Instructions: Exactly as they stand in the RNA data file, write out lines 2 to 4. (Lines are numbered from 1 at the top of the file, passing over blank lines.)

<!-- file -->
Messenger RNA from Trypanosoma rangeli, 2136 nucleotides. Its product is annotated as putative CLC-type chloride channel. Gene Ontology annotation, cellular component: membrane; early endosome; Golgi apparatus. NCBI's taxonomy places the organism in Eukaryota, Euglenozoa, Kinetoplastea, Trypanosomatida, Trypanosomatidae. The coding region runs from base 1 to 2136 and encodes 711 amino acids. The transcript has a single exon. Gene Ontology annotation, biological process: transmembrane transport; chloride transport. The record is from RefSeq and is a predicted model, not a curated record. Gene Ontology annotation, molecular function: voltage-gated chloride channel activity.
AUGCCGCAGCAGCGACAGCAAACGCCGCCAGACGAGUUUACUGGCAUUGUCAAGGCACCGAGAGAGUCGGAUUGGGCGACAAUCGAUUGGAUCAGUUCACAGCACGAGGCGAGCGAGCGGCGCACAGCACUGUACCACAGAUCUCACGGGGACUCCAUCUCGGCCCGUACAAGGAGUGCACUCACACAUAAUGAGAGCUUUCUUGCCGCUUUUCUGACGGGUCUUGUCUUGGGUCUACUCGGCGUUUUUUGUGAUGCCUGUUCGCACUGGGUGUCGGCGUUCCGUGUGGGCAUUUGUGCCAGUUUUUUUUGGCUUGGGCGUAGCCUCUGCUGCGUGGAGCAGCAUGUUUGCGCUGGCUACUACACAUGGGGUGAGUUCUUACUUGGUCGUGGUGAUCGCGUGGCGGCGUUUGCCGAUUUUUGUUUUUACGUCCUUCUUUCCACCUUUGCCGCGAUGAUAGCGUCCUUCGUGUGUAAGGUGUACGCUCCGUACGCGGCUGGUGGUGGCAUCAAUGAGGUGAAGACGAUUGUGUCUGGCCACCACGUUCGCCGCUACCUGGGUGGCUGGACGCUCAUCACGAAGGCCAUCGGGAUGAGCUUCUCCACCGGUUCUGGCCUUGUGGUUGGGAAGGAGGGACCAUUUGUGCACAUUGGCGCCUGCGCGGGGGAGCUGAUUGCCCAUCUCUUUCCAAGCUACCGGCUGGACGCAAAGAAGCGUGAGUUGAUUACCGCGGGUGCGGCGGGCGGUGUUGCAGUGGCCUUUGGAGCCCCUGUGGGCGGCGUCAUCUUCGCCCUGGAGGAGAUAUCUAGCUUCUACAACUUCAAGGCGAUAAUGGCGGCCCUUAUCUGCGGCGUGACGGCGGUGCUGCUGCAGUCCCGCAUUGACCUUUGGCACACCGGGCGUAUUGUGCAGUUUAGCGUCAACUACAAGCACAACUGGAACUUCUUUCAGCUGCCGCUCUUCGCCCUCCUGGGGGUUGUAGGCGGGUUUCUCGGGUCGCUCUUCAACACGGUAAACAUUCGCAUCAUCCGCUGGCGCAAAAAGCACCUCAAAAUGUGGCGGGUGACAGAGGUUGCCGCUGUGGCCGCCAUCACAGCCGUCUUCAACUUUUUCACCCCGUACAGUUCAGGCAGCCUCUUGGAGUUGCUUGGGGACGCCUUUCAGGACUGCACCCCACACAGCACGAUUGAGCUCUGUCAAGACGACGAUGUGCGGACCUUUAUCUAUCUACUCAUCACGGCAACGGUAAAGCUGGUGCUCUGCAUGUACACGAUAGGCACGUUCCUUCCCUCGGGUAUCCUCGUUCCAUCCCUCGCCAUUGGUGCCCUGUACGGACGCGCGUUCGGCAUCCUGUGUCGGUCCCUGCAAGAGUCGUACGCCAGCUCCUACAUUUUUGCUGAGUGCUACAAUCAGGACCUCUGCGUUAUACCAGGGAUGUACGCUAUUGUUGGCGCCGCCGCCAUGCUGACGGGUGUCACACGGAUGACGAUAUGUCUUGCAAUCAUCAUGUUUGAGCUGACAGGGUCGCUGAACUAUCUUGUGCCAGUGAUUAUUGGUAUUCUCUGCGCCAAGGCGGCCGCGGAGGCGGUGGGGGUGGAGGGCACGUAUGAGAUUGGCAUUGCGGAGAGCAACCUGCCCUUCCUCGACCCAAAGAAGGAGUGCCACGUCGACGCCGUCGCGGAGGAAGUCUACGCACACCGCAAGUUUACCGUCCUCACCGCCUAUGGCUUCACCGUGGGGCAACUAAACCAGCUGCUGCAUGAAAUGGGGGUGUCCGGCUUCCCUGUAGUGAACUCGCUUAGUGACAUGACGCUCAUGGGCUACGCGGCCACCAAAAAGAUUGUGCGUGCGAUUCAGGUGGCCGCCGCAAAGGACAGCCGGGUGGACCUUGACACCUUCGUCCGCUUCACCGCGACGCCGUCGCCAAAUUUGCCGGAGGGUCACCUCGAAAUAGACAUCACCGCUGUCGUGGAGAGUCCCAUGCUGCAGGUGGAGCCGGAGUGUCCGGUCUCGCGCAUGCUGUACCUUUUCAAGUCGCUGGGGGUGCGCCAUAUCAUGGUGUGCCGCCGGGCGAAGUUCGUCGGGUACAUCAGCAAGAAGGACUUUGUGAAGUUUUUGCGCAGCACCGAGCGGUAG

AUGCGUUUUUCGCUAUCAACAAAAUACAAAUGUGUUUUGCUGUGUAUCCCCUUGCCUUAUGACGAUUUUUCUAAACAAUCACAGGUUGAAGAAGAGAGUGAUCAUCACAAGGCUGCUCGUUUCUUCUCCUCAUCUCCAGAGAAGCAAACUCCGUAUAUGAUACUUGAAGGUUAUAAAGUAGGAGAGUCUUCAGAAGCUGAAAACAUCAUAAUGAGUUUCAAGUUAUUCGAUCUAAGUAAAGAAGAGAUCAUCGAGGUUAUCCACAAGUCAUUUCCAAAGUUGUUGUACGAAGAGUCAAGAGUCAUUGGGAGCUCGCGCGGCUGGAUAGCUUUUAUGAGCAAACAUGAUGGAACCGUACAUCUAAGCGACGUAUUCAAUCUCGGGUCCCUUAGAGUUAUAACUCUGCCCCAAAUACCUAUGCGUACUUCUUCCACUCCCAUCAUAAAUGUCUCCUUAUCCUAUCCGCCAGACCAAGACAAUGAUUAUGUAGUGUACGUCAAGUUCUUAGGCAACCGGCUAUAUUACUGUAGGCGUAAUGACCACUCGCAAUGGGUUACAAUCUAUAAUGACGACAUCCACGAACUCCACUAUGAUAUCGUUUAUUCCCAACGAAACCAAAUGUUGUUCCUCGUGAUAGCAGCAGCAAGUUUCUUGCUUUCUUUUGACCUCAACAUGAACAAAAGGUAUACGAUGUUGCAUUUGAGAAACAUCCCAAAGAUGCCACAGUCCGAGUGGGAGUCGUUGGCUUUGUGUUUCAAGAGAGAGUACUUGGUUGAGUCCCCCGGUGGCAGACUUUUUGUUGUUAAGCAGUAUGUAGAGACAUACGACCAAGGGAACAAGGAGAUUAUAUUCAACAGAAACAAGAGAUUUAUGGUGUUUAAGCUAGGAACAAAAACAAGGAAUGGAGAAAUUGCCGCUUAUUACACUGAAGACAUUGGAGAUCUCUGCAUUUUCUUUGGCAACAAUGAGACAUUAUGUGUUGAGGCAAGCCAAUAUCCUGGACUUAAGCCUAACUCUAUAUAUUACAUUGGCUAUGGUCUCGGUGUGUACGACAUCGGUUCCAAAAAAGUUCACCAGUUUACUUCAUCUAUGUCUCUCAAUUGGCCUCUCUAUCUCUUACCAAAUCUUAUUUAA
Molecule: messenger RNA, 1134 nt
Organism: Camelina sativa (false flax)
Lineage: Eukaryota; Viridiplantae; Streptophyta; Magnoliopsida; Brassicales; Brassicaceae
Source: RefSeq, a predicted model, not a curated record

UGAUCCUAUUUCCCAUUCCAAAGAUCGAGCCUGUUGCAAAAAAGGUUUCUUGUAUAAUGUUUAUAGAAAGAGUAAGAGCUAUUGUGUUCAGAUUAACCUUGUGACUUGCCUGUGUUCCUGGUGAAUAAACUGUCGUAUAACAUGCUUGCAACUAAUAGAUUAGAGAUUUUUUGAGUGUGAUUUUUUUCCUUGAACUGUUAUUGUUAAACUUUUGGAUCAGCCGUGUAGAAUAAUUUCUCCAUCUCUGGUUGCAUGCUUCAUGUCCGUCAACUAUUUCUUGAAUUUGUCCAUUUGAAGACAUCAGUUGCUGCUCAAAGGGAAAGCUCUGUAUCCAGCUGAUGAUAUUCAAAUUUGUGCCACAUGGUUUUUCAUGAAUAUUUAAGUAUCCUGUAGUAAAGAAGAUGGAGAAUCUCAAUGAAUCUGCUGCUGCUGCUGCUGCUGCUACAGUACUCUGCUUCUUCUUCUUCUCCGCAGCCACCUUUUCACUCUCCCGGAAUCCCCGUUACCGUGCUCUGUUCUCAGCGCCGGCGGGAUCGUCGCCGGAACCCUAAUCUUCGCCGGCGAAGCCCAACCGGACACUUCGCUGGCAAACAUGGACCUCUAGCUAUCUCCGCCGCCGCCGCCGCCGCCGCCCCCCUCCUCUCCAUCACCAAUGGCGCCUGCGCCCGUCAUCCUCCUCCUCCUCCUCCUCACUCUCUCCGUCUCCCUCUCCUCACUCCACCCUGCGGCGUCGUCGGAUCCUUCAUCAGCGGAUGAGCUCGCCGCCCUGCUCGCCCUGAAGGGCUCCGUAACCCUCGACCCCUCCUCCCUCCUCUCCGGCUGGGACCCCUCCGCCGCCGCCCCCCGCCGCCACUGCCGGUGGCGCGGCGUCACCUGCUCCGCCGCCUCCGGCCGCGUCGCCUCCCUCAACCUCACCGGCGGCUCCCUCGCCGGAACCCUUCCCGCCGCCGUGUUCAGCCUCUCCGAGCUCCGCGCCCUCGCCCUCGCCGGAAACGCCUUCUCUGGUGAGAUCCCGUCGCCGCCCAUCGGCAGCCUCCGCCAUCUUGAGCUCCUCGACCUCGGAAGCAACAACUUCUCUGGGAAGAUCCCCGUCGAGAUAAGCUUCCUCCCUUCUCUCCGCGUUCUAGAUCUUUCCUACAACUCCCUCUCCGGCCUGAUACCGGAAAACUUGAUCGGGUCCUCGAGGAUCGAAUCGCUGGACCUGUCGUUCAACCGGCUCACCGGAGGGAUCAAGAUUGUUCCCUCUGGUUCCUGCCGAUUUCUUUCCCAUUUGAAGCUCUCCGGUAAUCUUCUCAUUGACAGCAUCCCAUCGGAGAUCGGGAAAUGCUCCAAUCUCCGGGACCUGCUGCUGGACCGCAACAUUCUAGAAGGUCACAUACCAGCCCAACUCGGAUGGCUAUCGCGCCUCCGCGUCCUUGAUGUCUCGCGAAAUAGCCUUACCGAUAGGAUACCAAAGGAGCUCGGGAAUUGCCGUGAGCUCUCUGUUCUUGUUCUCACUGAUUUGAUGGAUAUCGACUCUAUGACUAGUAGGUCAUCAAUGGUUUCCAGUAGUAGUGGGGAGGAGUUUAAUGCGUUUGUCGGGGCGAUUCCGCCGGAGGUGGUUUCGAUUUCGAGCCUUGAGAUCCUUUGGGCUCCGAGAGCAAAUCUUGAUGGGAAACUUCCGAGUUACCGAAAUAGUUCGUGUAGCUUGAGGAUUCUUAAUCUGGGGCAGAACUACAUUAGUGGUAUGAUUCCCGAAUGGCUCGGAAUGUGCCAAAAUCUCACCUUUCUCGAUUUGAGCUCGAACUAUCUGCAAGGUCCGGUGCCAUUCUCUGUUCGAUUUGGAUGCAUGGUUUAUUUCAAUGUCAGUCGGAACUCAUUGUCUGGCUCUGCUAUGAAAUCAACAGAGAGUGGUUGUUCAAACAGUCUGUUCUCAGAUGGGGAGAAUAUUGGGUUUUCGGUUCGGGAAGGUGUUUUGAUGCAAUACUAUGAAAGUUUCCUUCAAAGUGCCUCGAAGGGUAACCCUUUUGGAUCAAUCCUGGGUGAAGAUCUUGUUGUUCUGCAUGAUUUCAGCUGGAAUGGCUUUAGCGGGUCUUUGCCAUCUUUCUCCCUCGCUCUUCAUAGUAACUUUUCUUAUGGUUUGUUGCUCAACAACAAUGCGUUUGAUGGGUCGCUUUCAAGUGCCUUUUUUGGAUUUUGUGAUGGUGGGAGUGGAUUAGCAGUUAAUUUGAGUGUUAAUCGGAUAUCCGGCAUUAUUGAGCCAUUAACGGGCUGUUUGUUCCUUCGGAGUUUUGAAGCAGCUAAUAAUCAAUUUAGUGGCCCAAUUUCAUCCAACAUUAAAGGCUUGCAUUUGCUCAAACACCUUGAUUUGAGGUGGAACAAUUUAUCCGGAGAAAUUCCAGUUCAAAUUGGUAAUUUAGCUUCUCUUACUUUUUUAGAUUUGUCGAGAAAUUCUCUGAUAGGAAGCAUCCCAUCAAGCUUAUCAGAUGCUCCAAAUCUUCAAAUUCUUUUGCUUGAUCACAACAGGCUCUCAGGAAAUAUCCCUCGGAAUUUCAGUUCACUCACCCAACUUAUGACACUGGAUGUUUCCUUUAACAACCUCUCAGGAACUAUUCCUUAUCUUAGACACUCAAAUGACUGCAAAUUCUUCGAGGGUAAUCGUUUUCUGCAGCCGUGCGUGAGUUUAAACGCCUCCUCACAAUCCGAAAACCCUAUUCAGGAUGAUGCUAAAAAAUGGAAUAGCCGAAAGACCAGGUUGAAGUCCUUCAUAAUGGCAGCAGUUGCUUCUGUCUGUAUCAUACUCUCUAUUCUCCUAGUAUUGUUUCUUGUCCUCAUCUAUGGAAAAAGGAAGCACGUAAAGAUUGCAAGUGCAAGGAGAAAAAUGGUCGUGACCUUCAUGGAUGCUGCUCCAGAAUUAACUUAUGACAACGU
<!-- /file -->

AUGCCGCAGCAGCGACAGCAAACGCCGCCAGACGAGUUUACUGGCAUUGUCAAGGCACCGAGAGAGUCGGAUUGGGCGACAAUCGAUUGGAUCAGUUCACAGCACGAGGCGAGCGAGCGGCGCACAGCACUGUACCACAGAUCUCACGGGGACUCCAUCUCGGCCCGUACAAGGAGUGCACUCACACAUAAUGAGAGCUUUCUUGCCGCUUUUCUGACGGGUCUUGUCUUGGGUCUACUCGGCGUUUUUUGUGAUGCCUGUUCGCACUGGGUGUCGGCGUUCCGUGUGGGCAUUUGUGCCAGUUUUUUUUGGCUUGGGCGUAGCCUCUGCUGCGUGGAGCAGCAUGUUUGCGCUGGCUACUACACAUGGGGUGAGUUCUUACUUGGUCGUGGUGAUCGCGUGGCGGCGUUUGCCGAUUUUUGUUUUUACGUCCUUCUUUCCACCUUUGCCGCGAUGAUAGCGUCCUUCGUGUGUAAGGUGUACGCUCCGUACGCGGCUGGUGGUGGCAUCAAUGAGGUGAAGACGAUUGUGUCUGGCCACCACGUUCGCCGCUACCUGGGUGGCUGGACGCUCAUCACGAAGGCCAUCGGGAUGAGCUUCUCCACCGGUUCUGGCCUUGUGGUUGGGAAGGAGGGACCAUUUGUGCACAUUGGCGCCUGCGCGGGGGAGCUGAUUGCCCAUCUCUUUCCAAGCUACCGGCUGGACGCAAAGAAGCGUGAGUUGAUUACCGCGGGUGCGGCGGGCGGUGUUGCAGUGGCCUUUGGAGCCCCUGUGGGCGGCGUCAUCUUCGCCCUGGAGGAGAUAUCUAGCUUCUACAACUUCAAGGCGAUAAUGGCGGCCCUUAUCUGCGGCGUGACGGCGGUGCUGCUGCAGUCCCGCAUUGACCUUUGGCACACCGGGCGUAUUGUGCAGUUUAGCGUCAACUACAAGCACAACUGGAACUUCUUUCAGCUGCCGCUCUUCGCCCUCCUGGGGGUUGUAGGCGGGUUUCUCGGGUCGCUCUUCAACACGGUAAACAUUCGCAUCAUCCGCUGGCGCAAAAAGCACCUCAAAAUGUGGCGGGUGACAGAGGUUGCCGCUGUGGCCGCCAUCACAGCCGUCUUCAACUUUUUCACCCCGUACAGUUCAGGCAGCCUCUUGGAGUUGCUUGGGGACGCCUUUCAGGACUGCACCCCACACAGCACGAUUGAGCUCUGUCAAGACGACGAUGUGCGGACCUUUAUCUAUCUACUCAUCACGGCAACGGUAAAGCUGGUGCUCUGCAUGUACACGAUAGGCACGUUCCUUCCCUCGGGUAUCCUCGUUCCAUCCCUCGCCAUUGGUGCCCUGUACGGACGCGCGUUCGGCAUCCUGUGUCGGUCCCUGCAAGAGUCGUACGCCAGCUCCUACAUUUUUGCUGAGUGCUACAAUCAGGACCUCUGCGUUAUACCAGGGAUGUACGCUAUUGUUGGCGCCGCCGCCAUGCUGACGGGUGUCACACGGAUGACGAUAUGUCUUGCAAUCAUCAUGUUUGAGCUGACAGGGUCGCUGAACUAUCUUGUGCCAGUGAUUAUUGGUAUUCUCUGCGCCAAGGCGGCCGCGGAGGCGGUGGGGGUGGAGGGCACGUAUGAGAUUGGCAUUGCGGAGAGCAACCUGCCCUUCCUCGACCCAAAGAAGGAGUGCCACGUCGACGCCGUCGCGGAGGAAGUCUACGCACACCGCAAGUUUACCGUCCUCACCGCCUAUGGCUUCACCGUGGGGCAACUAAACCAGCUGCUGCAUGAAAUGGGGGUGUCCGGCUUCCCUGUAGUGAACUCGCUUAGUGACAUGACGCUCAUGGGCUACGCGGCCACCAAAAAGAUUGUGCGUGCGAUUCAGGUGGCCGCCGCAAAGGACAGCCGGGUGGACCUUGACACCUUCGUCCGCUUCACCGCGACGCCGUCGCCAAAUUUGCCGGAGGGUCACCUCGAAAUAGACAUCACCGCUGUCGUGGAGAGUCCCAUGCUGCAGGUGGAGCCGGAGUGUCCGGUCUCGCGCAUGCUGUACCUUUUCAAGUCGCUGGGGGUGCGCCAUAUCAUGGUGUGCCGCCGGGCGAAGUUCGUCGGGUACAUCAGCAAGAAGGACUUUGUGAAGUUUUUGCGCAGCACCGAGCGGUAG

AUGCGUUUUUCGCUAUCAACAAAAUACAAAUGUGUUUUGCUGUGUAUCCCCUUGCCUUAUGACGAUUUUUCUAAACAAUCACAGGUUGAAGAAGAGAGUGAUCAUCACAAGGCUGCUCGUUUCUUCUCCUCAUCUCCAGAGAAGCAAACUCCGUAUAUGAUACUUGAAGGUUAUAAAGUAGGAGAGUCUUCAGAAGCUGAAAACAUCAUAAUGAGUUUCAAGUUAUUCGAUCUAAGUAAAGAAGAGAUCAUCGAGGUUAUCCACAAGUCAUUUCCAAAGUUGUUGUACGAAGAGUCAAGAGUCAUUGGGAGCUCGCGCGGCUGGAUAGCUUUUAUGAGCAAACAUGAUGGAACCGUACAUCUAAGCGACGUAUUCAAUCUCGGGUCCCUUAGAGUUAUAACUCUGCCCCAAAUACCUAUGCGUACUUCUUCCACUCCCAUCAUAAAUGUCUCCUUAUCCUAUCCGCCAGACCAAGACAAUGAUUAUGUAGUGUACGUCAAGUUCUUAGGCAACCGGCUAUAUUACUGUAGGCGUAAUGACCACUCGCAAUGGGUUACAAUCUAUAAUGACGACAUCCACGAACUCCACUAUGAUAUCGUUUAUUCCCAACGAAACCAAAUGUUGUUCCUCGUGAUAGCAGCAGCAAGUUUCUUGCUUUCUUUUGACCUCAACAUGAACAAAAGGUAUACGAUGUUGCAUUUGAGAAACAUCCCAAAGAUGCCACAGUCCGAGUGGGAGUCGUUGGCUUUGUGUUUCAAGAGAGAGUACUUGGUUGAGUCCCCCGGUGGCAGACUUUUUGUUGUUAAGCAGUAUGUAGAGACAUACGACCAAGGGAACAAGGAGAUUAUAUUCAACAGAAACAAGAGAUUUAUGGUGUUUAAGCUAGGAACAAAAACAAGGAAUGGAGAAAUUGCCGCUUAUUACACUGAAGACAUUGGAGAUCUCUGCAUUUUCUUUGGCAACAAUGAGACAUUAUGUGUUGAGGCAAGCCAAUAUCCUGGACUUAAGCCUAACUCUAUAUAUUACAUUGGCUAUGGUCUCGGUGUGUACGACAUCGGUUCCAAAAAAGUUCACCAGUUUACUUCAUCUAUGUCUCUCAAUUGGCCUCUCUAUCUCUUACCAAAUCUUAUUUAA
Molecule: messenger RNA, 1134 nt